And you need to consider maybe the two sides of that, right. The recipient and the person who is sending the referral, then you probably want to choose your referral program. And in addition, a way to make it easier. And that’s where you come in with CloudSponge, and then you probably want to just AB test it and make sure that you indeed are getting the right customer experience. You are getting people to sign up. And then also maybe just some checks and balances that there is no fraud, people doing things that they obviously shouldn’t be doing. How does that sound as a tactical approach to launching a referral program?

Jay Gibb:
Yeah, I think you got it. I mean, it definitely makes sense. Obviously the fuzzy part is in the middle, right. The choosing the program part. So historically because of the nature of CloudSponge’s history, most of the people that are using CloudSponge’s Contact Picker have basically built their own referral program platforms, right. So they’ve got the engineering horsepower to create something and deal with their own fraud and send emails the way they want them, right. And so that’s you, or that’s the person that’s is able to do that then absolutely go ahead, right. It’s not that hard. It’s not that big of a challenge. And we’ve seen it time and time again, where people can build that. If you’re using WooCommerce on WordPress, then consider AutomateWoo. It’s pretty good. It’s a partner of ours.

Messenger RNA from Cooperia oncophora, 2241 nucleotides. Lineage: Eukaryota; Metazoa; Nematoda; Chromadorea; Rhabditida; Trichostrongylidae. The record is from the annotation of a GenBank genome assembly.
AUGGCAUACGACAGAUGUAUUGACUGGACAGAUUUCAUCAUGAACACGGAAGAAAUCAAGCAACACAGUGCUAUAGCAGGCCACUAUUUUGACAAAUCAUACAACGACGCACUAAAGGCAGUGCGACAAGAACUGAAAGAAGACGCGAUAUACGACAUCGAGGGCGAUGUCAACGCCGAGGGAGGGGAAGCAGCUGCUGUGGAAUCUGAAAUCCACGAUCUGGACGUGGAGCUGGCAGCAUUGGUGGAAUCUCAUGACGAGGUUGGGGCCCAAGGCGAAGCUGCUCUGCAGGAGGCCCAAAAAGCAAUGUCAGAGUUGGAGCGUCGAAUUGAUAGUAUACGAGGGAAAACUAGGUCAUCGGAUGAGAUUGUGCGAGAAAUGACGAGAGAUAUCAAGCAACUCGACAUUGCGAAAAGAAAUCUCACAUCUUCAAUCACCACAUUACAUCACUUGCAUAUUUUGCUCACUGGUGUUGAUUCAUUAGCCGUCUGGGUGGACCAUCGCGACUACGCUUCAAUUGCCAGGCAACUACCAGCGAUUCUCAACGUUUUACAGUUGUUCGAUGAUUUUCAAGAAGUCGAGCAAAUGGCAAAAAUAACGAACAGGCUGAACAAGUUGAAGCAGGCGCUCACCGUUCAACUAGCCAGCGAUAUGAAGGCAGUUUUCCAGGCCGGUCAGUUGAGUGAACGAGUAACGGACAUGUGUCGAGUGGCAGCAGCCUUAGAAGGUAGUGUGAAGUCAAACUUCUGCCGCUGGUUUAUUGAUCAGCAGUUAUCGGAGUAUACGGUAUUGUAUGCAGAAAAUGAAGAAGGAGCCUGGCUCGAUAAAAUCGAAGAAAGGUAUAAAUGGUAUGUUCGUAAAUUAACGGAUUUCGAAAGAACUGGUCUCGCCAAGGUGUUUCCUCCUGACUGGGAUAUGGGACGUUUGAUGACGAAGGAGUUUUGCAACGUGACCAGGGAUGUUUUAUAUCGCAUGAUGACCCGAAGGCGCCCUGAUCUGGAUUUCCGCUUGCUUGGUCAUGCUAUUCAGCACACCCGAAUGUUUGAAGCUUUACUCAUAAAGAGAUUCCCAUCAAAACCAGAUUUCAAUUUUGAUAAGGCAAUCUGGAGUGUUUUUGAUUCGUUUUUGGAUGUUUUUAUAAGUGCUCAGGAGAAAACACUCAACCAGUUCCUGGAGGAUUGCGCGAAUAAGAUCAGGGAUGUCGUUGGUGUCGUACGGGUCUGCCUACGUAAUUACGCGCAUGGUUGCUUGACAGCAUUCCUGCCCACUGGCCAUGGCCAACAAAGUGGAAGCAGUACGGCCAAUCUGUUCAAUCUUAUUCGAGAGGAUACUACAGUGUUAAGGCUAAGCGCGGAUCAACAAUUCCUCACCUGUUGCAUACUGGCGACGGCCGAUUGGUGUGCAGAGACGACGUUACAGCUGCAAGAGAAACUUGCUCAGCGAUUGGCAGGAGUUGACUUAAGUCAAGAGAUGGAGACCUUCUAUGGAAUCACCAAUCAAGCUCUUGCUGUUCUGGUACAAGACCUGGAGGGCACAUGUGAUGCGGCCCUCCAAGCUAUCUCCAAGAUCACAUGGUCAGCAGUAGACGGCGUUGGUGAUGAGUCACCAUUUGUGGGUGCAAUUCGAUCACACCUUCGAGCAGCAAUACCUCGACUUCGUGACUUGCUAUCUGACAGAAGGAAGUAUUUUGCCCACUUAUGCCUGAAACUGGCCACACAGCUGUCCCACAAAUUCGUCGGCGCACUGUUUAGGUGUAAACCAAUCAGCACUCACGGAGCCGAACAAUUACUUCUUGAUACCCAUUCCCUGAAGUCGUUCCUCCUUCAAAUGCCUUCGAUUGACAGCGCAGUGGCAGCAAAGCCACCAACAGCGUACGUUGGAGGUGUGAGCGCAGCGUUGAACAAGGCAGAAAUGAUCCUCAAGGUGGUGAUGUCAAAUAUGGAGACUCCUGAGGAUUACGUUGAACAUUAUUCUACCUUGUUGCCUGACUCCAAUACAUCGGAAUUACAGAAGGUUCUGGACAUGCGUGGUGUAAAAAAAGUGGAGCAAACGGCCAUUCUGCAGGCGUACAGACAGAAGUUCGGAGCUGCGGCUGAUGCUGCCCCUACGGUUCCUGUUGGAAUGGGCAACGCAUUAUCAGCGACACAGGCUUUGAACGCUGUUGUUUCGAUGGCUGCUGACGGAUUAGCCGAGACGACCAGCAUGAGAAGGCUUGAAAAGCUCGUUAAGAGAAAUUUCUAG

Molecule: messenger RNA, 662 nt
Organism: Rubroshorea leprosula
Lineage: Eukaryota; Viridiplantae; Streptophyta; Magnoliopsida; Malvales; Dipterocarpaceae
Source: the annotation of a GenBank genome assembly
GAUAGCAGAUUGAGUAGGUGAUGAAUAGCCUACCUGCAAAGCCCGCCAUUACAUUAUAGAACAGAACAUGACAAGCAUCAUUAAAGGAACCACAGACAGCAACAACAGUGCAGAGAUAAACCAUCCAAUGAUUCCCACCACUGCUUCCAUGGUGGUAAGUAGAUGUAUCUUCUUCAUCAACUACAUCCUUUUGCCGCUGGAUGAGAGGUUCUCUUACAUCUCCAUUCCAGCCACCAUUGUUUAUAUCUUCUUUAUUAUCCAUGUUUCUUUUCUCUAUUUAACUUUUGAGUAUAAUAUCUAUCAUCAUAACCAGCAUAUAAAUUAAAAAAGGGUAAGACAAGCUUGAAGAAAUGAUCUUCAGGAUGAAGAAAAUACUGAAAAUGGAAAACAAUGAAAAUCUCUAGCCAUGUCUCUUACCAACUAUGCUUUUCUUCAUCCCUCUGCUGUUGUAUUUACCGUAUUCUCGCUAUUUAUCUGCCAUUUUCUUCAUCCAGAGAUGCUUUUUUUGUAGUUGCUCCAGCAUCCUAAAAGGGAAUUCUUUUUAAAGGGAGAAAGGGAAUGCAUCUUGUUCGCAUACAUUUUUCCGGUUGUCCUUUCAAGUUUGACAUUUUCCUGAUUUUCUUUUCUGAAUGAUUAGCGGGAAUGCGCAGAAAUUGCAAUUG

Jay Gibb: